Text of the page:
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Is stress contagious?
Second-hand stress is the real deal


October 2014

You may not realize it, but your stress level could be negatively affecting those people who are closest to you. Secondhand stress is on the rise, but there are steps you can take to counteract it.

Secondhand stress is defined as the unconscious absorption of negative emotions, usually from people closest to you. Before you say that you’re not affected, consider the following:

• Your work colleague is constantly complaining about the job. Watching him stress out causes secondhand stress for you.

• Your spouse is overwhelmed with caring for an aging parent. That stress is transferred to you.

• A friend is always negative and angry. Her anger triggers anger in you.

Once recognized mostly among health care providers, secondhand stress now is more often seen outside of the medical profession by people who may not know how much they’re being affected.

"It can definitely creep up on you," according to clinical psychologist Dr. Mary Lynn Mack of Pewaukee. "People need to take a more assertive stance to deal with it."

Women can be more susceptible to secondhand stress, especially those who feel obligated to constantly care for people and to soothe others’ pain. The desire to be there for others even when you’re feeling stretched yourself can open you up to taking on people’s burdens and negative feelings. The more empathetic a person is, the more likely he or she will suffer secondhand stress.

One type of person at risk for secondhand stress may be those "addicted to adrenaline." Watching certain TV shows or videos showing bad news in vivid detail may be exciting, but it can increase viewers’ stress level without them realizing it.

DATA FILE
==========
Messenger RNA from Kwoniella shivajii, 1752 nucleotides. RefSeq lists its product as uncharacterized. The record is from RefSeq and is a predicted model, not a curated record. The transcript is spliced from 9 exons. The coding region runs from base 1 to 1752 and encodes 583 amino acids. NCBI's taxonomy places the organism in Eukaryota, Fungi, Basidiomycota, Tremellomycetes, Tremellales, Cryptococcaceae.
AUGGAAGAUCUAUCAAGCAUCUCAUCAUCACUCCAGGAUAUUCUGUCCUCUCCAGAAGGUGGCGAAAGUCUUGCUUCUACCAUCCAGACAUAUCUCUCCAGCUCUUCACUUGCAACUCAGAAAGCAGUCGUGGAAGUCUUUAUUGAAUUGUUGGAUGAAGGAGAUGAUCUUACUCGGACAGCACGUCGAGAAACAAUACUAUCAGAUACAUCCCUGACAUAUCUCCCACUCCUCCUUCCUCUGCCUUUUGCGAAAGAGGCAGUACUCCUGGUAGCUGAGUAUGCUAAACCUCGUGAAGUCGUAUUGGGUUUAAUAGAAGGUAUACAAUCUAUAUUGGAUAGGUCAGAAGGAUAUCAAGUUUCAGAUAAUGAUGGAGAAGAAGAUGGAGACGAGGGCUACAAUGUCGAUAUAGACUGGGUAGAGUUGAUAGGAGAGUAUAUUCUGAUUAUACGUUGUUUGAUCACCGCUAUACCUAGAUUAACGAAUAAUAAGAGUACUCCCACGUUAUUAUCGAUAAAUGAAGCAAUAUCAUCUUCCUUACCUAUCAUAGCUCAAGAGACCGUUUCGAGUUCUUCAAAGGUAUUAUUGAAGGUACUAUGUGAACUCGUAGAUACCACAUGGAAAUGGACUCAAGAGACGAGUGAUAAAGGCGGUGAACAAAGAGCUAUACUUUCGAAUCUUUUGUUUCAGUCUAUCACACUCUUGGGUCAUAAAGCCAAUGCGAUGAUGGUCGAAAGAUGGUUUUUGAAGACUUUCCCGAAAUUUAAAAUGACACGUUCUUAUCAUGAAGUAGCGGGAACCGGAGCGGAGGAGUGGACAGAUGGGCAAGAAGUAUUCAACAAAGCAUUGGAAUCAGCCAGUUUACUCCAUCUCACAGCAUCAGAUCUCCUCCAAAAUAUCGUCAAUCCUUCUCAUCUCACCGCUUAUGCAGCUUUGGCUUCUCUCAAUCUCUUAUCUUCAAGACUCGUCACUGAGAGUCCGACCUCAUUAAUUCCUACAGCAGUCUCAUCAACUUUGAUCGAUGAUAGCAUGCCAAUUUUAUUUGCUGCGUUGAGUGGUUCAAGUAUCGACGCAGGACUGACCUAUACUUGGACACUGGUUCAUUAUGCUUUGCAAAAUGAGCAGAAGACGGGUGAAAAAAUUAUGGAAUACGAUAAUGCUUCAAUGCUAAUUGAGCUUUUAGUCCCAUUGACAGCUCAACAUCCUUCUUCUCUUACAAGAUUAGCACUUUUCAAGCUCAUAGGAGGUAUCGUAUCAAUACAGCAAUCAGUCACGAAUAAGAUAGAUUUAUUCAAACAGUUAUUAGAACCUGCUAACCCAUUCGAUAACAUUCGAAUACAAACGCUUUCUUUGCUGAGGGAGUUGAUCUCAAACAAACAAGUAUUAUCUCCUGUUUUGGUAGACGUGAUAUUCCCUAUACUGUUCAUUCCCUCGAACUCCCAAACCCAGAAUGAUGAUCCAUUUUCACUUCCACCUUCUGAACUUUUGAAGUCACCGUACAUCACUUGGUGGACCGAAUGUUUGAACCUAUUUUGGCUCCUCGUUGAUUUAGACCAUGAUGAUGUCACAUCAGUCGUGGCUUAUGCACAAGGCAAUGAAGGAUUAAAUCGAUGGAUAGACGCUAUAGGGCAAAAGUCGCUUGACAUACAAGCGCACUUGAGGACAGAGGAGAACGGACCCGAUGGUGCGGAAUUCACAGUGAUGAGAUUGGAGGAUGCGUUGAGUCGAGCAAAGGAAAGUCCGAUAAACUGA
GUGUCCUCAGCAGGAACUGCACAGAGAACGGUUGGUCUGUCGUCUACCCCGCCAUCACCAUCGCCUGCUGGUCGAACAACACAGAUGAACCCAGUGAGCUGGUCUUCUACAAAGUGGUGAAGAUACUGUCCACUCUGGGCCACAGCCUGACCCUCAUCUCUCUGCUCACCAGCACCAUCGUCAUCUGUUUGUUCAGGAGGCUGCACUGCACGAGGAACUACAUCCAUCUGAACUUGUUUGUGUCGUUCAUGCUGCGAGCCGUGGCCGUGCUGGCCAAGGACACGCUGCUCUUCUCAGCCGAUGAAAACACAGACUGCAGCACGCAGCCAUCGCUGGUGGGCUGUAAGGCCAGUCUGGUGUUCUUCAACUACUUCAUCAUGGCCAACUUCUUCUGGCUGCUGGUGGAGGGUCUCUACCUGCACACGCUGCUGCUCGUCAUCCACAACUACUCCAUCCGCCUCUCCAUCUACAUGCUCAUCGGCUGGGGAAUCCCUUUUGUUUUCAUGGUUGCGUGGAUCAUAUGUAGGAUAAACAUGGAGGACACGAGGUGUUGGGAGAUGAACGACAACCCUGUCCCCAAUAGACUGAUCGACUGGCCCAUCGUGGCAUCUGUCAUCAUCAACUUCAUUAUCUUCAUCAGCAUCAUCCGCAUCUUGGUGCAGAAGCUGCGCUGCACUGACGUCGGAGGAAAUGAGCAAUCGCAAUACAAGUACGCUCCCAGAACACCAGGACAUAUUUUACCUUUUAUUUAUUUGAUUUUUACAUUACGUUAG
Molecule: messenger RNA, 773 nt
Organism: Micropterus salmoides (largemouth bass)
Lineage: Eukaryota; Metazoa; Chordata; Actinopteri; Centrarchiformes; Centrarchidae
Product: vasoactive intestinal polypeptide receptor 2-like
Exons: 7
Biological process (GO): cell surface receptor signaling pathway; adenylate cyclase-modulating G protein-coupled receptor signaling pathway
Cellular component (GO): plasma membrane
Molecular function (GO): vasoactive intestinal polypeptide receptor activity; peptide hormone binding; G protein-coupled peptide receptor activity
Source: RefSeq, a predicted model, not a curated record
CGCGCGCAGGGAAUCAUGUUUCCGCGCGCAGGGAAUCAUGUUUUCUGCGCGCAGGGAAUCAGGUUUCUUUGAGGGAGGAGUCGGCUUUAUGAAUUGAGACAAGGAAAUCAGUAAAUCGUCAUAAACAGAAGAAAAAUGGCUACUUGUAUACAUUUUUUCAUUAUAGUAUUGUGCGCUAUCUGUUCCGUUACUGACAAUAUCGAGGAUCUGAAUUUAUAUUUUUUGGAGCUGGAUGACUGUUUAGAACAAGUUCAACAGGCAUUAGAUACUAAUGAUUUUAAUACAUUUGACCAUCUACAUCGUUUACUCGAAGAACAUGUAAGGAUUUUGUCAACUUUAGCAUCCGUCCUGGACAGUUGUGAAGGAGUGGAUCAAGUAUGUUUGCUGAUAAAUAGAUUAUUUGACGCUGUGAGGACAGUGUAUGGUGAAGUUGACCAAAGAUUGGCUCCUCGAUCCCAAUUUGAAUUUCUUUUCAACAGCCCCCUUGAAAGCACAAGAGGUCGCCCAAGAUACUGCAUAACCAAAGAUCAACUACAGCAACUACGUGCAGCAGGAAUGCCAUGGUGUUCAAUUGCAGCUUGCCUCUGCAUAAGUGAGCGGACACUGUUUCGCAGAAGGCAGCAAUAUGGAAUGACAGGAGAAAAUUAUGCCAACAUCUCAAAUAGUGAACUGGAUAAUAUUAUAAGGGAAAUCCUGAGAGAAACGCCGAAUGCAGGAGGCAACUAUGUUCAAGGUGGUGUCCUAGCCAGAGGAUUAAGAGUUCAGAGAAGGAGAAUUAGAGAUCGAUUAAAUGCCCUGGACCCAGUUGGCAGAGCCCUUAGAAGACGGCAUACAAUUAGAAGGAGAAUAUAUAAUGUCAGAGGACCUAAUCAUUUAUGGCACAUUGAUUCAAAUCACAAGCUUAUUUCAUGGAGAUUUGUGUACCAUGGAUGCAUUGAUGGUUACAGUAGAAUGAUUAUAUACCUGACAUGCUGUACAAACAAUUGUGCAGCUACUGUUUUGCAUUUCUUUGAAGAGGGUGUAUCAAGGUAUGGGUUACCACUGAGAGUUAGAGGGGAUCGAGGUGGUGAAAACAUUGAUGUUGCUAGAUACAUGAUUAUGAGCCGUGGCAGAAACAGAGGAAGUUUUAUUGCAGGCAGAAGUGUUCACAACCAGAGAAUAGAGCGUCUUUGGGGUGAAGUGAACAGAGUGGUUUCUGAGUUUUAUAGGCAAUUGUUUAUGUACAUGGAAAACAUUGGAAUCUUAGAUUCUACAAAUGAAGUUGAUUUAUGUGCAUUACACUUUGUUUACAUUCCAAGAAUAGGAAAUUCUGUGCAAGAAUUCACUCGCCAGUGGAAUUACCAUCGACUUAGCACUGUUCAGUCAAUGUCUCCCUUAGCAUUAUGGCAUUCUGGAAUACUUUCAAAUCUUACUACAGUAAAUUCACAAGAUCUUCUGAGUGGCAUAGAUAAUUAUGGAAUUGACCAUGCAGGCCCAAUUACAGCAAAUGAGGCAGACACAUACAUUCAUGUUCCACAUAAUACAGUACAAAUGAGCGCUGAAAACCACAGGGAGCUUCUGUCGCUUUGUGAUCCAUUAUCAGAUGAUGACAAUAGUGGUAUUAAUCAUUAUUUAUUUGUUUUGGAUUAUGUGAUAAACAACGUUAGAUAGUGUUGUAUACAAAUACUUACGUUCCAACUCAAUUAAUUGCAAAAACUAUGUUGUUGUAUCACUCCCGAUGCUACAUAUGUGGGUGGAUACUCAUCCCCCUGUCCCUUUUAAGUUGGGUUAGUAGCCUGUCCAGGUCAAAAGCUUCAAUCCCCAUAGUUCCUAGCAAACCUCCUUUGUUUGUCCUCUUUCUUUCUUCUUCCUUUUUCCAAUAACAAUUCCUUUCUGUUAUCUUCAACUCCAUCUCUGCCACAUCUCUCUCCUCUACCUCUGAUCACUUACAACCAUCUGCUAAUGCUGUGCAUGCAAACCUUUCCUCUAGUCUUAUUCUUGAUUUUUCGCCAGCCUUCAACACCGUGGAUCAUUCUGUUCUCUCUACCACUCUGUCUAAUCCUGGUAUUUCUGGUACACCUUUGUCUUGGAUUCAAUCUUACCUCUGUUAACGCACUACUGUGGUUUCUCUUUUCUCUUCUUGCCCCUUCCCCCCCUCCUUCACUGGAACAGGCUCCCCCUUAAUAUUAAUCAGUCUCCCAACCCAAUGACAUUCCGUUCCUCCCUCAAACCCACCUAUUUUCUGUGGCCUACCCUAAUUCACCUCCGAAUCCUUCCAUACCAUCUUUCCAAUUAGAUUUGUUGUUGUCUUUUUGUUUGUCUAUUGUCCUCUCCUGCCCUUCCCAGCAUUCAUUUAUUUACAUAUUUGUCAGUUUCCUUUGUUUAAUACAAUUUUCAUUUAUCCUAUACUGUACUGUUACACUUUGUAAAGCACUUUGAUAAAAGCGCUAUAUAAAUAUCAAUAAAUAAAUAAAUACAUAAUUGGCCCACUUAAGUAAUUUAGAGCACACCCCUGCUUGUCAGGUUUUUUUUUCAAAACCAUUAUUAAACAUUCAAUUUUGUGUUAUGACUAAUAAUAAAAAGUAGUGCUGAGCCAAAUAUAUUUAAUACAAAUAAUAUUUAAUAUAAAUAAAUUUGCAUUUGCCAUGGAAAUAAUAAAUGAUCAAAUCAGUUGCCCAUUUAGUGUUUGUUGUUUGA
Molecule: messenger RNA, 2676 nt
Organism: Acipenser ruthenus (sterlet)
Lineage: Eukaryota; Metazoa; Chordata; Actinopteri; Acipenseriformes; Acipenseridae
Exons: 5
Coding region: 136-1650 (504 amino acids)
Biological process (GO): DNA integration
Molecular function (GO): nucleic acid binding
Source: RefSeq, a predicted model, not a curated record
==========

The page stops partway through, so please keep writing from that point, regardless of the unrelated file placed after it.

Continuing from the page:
Symptoms of secondhand stress mimic post-traumatic stress disorder: sleeplessness, anxiety, loss of appetite, isolation, exhaustion, inability to focus and irritability.

Mack says there are three steps in dealing with secondhand stress.

First, there is what she calls the non-negotiables: Pay attention to nutrition and get plenty of sleep.

Second, seek social support. Friends, co-workers and relatives can help you de-stress. And finally, disengage. Make sure you have a hobby or a passion and make time to enjoy it.

Why is secondhand stress becoming more prevalent?

"We’re a highly competitive culture," Mack says. "We must constantly be producing and doing." Social media and technology are also reasons. "Technology helps us, but is a barrier to enjoying other aspects of life like hobbies or friends," she says.

Foods that fight stress

"Eating certain foods and eating well will help you feel healthier, and then you can handle the stress better," says Dr. Kit Werner, a nutritional sciences clinical director at UW-Milwaukee. "Good nutrition as a whole will help you reduce stress."

But some foods are better than others when it comes to stress:

• Oranges, red peppers, strawberries: The vitamin C eases feelings of stress.

• Skim milk: The calcium reduces both tension and muscle spasms.

• Salmon: The omega-3 helps keep adrenaline at a reasonable level.

• Spinach, chard, kale: They’re magnesium-heavy, which promotes normal nerve and muscle function.

• Almonds, pistachios, walnuts: The vitamin E is an antioxidant that improves the immune system to better help fight stress.

• Dark-colored fruits and vegetables like sweet potatoes, carrots, apricots: They contain vitamin A, which, like vitamin E, regulates the immune system.

And, contrary to what we would like to believe, Oreos, ice cream and other comfort foods are not the answer. "The occasional cheeseburger is pleasurable," Werner says. "It takes your mind off the stress." But in the long term, too much comfort food will only add more stress to the body. Werner says the key to handling stress with diet is to fortify the body, to help it to fight the effects of stress: "If you don’t listen to your body, your body will make you pay."

– Mark Concannon


This story ran in the October 2014 issue of: